Tuesday, 2 December 2008

More blue tongue jabs.

Sue and I have just been out in the bitter cold (with occasional sleet) checking over the mighty herd and administering various bits of husbandry. First up was a blue tongue jab for all the adults. We had first jabbed them in May this year followed by a second dose at the beginning of June. We had no side effects to report incidentally.
I have been reading all sorts of advice reference blue tongue some people saying follow up jabs should be every 6 months, some saying 12 months. All very confusing so I decided to ask the advice of our vet Dave. He is after all the expert and has done some great stuff here in the past. His view was that you could probably get away with vaccinating every 12 months but there would be no harm in vaccinating every 6 months.
It was a no-brainer. We try as best as we can to provide the herd with the best possible care. If it was a safer option to inject every 6 months then so be it. The vaccine is not expensive and for the sake of half an hours work it is well worth it. Peace of mind is a great thing too.

So that was it jabs all round apart from the babies as they have recently had theirs. They will all synchronise when they are done again in June. It also gave us a chance to get up close and personal with the fluffsters which is always great.
Most of the herd is well behaved and will stand quietly whilst we fiddle about but there are the three 'troublesome monkeys' that need a little extra care and attention. They are treated with the same speed and precision a formula one car gets at a pit stop. We are in and out in a matter of seconds, job done. I will name and shame.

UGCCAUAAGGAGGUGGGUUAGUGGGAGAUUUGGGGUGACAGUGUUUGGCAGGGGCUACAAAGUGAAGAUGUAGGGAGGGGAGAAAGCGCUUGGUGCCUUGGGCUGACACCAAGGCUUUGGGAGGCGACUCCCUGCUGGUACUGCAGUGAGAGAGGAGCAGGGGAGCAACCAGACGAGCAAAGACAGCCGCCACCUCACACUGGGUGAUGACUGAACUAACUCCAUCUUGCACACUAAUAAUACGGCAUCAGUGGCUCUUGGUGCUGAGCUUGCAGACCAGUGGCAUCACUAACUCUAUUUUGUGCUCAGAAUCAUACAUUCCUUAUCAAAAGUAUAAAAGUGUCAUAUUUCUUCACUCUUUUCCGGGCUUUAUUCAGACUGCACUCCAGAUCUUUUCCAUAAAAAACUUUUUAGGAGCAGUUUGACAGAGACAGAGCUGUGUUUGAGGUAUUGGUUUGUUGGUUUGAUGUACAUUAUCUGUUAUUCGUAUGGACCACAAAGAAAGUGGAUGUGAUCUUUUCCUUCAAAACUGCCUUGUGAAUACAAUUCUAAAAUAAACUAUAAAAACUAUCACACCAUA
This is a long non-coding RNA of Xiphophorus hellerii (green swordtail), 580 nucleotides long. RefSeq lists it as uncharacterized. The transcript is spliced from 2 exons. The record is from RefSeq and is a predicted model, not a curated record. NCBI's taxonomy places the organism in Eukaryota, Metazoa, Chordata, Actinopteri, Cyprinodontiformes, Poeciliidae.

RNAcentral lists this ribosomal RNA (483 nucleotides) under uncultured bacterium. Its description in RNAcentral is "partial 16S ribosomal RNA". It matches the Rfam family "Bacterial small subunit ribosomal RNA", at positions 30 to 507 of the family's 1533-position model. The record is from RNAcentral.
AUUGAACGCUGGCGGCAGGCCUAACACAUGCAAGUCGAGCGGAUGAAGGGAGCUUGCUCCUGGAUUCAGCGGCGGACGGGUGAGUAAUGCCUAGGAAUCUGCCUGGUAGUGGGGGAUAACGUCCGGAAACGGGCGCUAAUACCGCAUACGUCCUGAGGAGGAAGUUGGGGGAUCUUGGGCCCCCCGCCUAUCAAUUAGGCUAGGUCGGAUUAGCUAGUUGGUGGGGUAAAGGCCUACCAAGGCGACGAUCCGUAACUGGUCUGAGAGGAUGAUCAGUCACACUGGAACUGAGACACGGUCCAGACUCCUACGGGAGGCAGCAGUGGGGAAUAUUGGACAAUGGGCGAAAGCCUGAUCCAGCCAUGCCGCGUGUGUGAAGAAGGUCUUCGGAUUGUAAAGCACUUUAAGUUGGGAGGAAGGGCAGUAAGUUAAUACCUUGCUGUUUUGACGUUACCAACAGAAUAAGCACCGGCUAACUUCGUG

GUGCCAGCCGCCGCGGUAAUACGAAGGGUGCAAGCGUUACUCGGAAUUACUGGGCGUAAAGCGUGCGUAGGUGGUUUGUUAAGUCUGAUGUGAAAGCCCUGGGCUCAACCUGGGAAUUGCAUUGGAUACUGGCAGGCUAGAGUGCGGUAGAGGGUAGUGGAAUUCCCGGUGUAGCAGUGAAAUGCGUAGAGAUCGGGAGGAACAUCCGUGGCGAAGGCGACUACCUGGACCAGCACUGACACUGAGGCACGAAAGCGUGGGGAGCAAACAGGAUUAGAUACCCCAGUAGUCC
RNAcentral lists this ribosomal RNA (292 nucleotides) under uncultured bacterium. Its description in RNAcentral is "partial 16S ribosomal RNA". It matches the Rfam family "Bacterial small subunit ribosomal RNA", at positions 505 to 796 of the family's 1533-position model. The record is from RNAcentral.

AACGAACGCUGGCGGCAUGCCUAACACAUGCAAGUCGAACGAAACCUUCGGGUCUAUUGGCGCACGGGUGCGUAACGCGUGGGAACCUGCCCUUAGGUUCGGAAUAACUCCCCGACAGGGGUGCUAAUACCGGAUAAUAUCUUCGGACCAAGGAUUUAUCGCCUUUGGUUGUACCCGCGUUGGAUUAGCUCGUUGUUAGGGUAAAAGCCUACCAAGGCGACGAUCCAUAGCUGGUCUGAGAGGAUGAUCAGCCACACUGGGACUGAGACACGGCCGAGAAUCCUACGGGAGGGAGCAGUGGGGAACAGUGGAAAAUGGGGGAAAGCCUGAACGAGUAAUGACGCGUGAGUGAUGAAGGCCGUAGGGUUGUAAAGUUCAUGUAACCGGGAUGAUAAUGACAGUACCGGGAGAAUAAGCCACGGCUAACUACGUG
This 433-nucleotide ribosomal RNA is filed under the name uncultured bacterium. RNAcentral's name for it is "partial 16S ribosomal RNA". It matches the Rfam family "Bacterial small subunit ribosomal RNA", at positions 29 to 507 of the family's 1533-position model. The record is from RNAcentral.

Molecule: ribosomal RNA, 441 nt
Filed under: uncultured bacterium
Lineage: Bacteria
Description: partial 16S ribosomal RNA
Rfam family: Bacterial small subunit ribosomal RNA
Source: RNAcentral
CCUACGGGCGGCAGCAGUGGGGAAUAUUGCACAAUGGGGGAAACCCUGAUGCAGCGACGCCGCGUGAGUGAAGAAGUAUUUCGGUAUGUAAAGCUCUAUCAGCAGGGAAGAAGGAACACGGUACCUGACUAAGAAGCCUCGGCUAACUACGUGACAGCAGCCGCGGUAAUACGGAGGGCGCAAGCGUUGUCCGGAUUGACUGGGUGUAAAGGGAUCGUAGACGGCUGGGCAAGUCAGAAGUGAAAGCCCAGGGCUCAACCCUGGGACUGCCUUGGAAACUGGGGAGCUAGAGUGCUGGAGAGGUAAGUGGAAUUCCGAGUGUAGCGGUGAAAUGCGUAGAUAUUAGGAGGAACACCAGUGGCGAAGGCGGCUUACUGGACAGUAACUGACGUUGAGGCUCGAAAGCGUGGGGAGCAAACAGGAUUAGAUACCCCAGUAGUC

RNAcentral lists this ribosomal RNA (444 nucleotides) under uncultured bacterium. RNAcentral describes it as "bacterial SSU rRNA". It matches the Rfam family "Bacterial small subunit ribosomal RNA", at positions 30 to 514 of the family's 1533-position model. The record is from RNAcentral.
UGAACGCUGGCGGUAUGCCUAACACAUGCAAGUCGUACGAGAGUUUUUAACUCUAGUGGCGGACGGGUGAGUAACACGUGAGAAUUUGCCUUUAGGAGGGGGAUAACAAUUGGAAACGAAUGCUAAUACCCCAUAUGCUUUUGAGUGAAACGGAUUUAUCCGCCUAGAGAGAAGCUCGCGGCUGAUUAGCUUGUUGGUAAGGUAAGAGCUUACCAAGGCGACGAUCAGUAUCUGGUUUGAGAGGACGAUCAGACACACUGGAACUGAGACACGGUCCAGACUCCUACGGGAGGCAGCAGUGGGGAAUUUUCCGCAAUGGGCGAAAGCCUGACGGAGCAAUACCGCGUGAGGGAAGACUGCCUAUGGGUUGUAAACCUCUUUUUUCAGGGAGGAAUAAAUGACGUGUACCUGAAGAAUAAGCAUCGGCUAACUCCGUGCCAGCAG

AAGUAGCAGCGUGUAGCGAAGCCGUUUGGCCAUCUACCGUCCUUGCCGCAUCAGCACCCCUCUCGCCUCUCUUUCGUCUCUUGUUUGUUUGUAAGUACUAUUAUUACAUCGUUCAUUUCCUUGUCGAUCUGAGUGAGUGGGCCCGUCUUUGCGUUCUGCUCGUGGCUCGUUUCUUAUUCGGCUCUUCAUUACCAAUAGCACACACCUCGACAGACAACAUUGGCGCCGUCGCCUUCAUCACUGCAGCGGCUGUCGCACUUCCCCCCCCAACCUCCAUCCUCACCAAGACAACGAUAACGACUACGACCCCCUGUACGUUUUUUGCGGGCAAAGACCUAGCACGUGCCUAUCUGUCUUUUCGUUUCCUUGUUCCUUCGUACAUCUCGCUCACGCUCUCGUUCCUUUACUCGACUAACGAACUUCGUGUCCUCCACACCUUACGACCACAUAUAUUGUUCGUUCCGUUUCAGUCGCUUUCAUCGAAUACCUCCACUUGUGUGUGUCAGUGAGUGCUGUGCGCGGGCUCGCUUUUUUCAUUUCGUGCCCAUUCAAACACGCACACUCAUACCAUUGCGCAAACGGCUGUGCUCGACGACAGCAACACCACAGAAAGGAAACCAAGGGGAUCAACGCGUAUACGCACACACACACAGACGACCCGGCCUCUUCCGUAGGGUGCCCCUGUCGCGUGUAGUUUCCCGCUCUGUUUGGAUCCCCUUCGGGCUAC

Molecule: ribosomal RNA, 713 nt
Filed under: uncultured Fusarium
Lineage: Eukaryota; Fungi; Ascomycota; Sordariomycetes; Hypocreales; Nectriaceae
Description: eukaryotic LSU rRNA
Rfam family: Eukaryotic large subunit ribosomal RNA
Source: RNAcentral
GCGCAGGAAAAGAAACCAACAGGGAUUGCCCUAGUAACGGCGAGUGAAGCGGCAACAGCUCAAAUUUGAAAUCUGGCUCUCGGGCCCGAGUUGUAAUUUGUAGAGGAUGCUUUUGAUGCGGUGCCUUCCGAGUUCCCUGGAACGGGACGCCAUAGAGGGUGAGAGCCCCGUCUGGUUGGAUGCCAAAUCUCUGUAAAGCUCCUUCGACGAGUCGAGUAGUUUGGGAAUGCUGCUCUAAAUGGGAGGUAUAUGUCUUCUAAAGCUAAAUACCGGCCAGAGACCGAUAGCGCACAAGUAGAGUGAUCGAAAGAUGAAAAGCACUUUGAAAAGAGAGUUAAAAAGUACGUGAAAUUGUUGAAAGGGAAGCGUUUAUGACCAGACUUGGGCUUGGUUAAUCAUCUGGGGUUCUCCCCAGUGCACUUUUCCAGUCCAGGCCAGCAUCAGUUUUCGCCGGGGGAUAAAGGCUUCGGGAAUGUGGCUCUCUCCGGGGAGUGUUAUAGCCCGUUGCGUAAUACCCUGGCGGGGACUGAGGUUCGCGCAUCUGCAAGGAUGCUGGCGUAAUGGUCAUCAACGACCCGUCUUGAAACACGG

Coolaroo Judah (Judy) is a big strong scaredy cat who starts trembling as soon as the herd is rounded up and as such is one of the first for treatment. Her owner lives in Australia and we have looked after Judy for the past two years. She has improved but is still a complete stresspants. Not the best looking alpaca in the world (her nickname which Sue says I mustn't use is 'horse') but she does throw nice cria. The tactics for Judy are grab, hold on, jab, hold on, toenails, hold on, clear, out. Thankfully she doesn't spit.

Coolaroo Judah

Jake our huge big white whether is almost as bad, not quite so scared but just very strong. I am the toenail clipper so it is up to Sue to hang on. Sometimes it's very entertaining! He was actually very good today.

Big Jake

The dangerous one is Bobby, one of our foundation herd. Bobby is our medium fawn Wessex Mateus girl. She produces masses of fleece and is mother to our rosette winning Patou Poppy. Not only is Bobby big strong and stressy she is also a spit fountain. She spits at anyone, human or alpaca that goes anywhere near her, apart from her mother Priscilla and Poppy. At spit-off times she starts before the male gets anywhere near her, most males retreat immediately. The trick with Bobby is to grab low, below the arc of fire, point her down wind and crack on as fast as possible. Sue and I have become such experts with Bobby that although everything around us had a green tinge to it we were spit free. Hurrah!

Bobby looking very sweet, looks deceive!
Suffice it to say we still love them, it's just them being alpacas afterall.
Oh look at the time, whoopee, it is time to dress up and head off for another 10 hour shift at the day job. This has got to stop, I'm just having too much fun.

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